1. By trapping them in a hostile civilian environment which collaborates with the guerrillas and terrorists in their midst rather than with the Western army. Western forces pursuing their war on terror cannot therefore avoid causing collateral damage to civilian targets. Their troops must then withdraw to bases which become islands in a hostile sea of local and international recriminations.
Americans and Israelis alike are therefore reduced by this maneuver to accepting that their war on terror cannot be won on the battlefield alone and settling for a combination of military and diplomatic solutions.
2. By penetrating and subverting the pro-Western regimes, such as those led by Nouri al Maliki in Baghdad, Hamid Karzai in Kabul, Fouad Siniora in Beirut and Mahmoud Abbas, chairman of the Palestinian Authority.
These fledgling governments, security forces and military establishments can be undermined from within much faster than the Americans or other Western patrons can consolidate them.
3. By using the neighboring states of the embattled countries as their logistic hinterland out of reach of the United States, NATO or Israel – unless these Western forces are ready to expand the area of conflict and draw on military manpower beyond their means. In Afghanistan, the Taliban and al Qaeda use Pakistan and Iran for their support base and sanctuary. In Iraq, the terrorists and insurgents use Iran and Syria, both of which fulfill the same function for the Palestinians and Hizballah. After five years of struggle, during which the United States and Israel never attacked these countries, terrorist and guerrilla commanders view them as safe and natural support bases
For all these reasons, General Abizaid was correct when he said he does not need any more troops for Iraq. Even if American troop strength were to be boosted to a quarter of a million or 300,000, they might be able to make a certain difference in Baghdad. But the hordes of Muslim guerrilla and terrorist fighters streaming into the country through Syria and Iran, plus local insurgent and militia forces, will always find ways to penetrate local governmental and security bodies to wreak instability and bloodshed.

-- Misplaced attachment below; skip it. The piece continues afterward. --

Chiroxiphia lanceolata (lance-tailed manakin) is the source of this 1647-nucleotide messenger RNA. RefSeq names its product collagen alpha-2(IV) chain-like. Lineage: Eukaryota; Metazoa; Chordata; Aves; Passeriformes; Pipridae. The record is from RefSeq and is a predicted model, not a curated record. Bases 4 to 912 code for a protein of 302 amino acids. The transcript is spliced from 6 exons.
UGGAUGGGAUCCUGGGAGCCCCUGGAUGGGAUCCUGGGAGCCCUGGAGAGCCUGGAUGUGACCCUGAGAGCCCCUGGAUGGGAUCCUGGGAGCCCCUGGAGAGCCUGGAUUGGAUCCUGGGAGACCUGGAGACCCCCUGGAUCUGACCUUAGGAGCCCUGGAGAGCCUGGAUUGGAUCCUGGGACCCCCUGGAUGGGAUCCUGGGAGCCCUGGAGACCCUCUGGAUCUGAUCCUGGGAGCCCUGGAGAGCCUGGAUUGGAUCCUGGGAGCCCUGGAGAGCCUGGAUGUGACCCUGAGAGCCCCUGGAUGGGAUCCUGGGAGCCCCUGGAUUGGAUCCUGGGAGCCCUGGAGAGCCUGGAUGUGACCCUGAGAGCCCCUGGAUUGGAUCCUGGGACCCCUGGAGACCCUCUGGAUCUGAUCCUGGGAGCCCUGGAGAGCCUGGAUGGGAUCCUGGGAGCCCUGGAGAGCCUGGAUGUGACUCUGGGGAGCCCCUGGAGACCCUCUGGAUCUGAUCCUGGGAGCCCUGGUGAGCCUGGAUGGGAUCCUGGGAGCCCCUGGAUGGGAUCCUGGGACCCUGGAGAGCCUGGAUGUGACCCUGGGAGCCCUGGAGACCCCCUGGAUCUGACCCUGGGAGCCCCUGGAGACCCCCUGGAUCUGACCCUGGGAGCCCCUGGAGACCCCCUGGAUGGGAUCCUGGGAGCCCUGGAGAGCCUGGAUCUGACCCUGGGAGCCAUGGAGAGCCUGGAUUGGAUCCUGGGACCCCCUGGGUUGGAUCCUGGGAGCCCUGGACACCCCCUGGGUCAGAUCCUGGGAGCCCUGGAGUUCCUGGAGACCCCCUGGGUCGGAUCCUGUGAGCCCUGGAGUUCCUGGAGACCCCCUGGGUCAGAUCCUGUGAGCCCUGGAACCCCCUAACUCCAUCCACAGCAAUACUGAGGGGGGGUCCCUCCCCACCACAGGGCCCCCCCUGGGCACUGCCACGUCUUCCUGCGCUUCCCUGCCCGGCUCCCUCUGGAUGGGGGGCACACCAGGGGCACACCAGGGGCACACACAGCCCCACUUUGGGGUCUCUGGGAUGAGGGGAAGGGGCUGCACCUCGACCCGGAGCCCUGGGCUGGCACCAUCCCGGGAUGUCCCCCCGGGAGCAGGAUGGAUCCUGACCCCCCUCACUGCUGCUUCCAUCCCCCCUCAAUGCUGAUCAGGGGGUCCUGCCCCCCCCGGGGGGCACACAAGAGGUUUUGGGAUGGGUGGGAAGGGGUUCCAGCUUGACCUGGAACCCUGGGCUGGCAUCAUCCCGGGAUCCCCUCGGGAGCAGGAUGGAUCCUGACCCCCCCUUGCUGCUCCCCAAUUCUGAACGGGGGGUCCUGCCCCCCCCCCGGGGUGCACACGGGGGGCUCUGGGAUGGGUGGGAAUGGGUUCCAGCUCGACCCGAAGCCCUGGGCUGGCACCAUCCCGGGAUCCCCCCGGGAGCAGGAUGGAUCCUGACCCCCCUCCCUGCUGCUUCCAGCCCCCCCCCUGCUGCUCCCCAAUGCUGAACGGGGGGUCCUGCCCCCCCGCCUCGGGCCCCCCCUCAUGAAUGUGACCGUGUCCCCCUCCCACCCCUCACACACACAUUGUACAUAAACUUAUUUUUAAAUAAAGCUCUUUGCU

Maybe it takes a guerrilla to beat a guerrilla
This brings DEBKA-Net-Weekly‘s military experts to the conclusion that large-scale military frameworks such as divisions, brigades or even battalions, are ineffective against terrorist or guerrilla forces. These conventional units may gain the upper hand in local confrontations, but their victories will be limited in their strategic effect and duration.
Success will endure only until the terrorist forces return to the fray, having regrouped in safety across a friendly border with the help of willing civilian communities.
The Americans discovered this after waging large-scale campaigns in the Shiite holy city of Karbala in 2004 and the Sunni-al Qaeda stronghold of Falluja in 2005. Neither affected the strategic situation in the war as a whole.
Israelis likewise found little point in reoccupying Ramallah, Nablus or Gaza because of the quagmire effect.
The only plausible military option still open to the Americans in Iraq, NATO in Afghanistan and Israel in the Palestinian territories and against Hizballah in Lebanon is a dramatic shift in tactics that essentially entails resorting to enemy tactics, in word, guerrilla warfare versus guerrilla warfare. A vital element in this tactic is not being pinned down to a local arena by the opposition, but to cross borders and take the war into his logistical sanctuaries which were hitherto immune from attack.
This is not a new or original method; it was devised 70 years ago by the British general Orde Wingate to combat an earlier form of Islamic terror besetting British-ruled Iraq and Palestine. Certainly some of his commando-style innovations might be disinterred today to battle the contemporary forms of anti-Western Muslim terror and guerilla warfare.